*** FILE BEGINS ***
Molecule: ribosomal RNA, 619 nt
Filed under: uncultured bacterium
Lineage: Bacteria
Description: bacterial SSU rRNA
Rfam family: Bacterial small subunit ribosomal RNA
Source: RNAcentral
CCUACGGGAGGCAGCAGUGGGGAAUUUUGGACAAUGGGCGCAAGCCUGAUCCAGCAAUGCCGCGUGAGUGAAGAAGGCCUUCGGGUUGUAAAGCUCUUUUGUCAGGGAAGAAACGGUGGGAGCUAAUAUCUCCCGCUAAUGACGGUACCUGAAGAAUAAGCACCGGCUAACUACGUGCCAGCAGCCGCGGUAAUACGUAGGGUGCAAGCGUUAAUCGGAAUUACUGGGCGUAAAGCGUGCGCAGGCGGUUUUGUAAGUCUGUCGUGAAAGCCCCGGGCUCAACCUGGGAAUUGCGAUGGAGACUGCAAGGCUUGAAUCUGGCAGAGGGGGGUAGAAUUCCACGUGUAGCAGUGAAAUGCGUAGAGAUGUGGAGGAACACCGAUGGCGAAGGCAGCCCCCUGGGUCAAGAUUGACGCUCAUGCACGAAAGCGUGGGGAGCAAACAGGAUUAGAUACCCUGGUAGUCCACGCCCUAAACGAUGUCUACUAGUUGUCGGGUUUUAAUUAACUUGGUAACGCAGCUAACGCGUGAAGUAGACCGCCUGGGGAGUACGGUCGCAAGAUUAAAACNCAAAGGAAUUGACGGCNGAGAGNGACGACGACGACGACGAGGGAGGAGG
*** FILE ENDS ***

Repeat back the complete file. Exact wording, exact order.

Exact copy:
Molecule: ribosomal RNA, 619 nt
Filed under: uncultured bacterium
Lineage: Bacteria
Description: bacterial SSU rRNA
Rfam family: Bacterial small subunit ribosomal RNA
Source: RNAcentral
CCUACGGGAGGCAGCAGUGGGGAAUUUUGGACAAUGGGCGCAAGCCUGAUCCAGCAAUGCCGCGUGAGUGAAGAAGGCCUUCGGGUUGUAAAGCUCUUUUGUCAGGGAAGAAACGGUGGGAGCUAAUAUCUCCCGCUAAUGACGGUACCUGAAGAAUAAGCACCGGCUAACUACGUGCCAGCAGCCGCGGUAAUACGUAGGGUGCAAGCGUUAAUCGGAAUUACUGGGCGUAAAGCGUGCGCAGGCGGUUUUGUAAGUCUGUCGUGAAAGCCCCGGGCUCAACCUGGGAAUUGCGAUGGAGACUGCAAGGCUUGAAUCUGGCAGAGGGGGGUAGAAUUCCACGUGUAGCAGUGAAAUGCGUAGAGAUGUGGAGGAACACCGAUGGCGAAGGCAGCCCCCUGGGUCAAGAUUGACGCUCAUGCACGAAAGCGUGGGGAGCAAACAGGAUUAGAUACCCUGGUAGUCCACGCCCUAAACGAUGUCUACUAGUUGUCGGGUUUUAAUUAACUUGGUAACGCAGCUAACGCGUGAAGUAGACCGCCUGGGGAGUACGGUCGCAAGAUUAAAACNCAAAGGAAUUGACGGCNGAGAGNGACGACGACGACGACGAGGGAGGAGG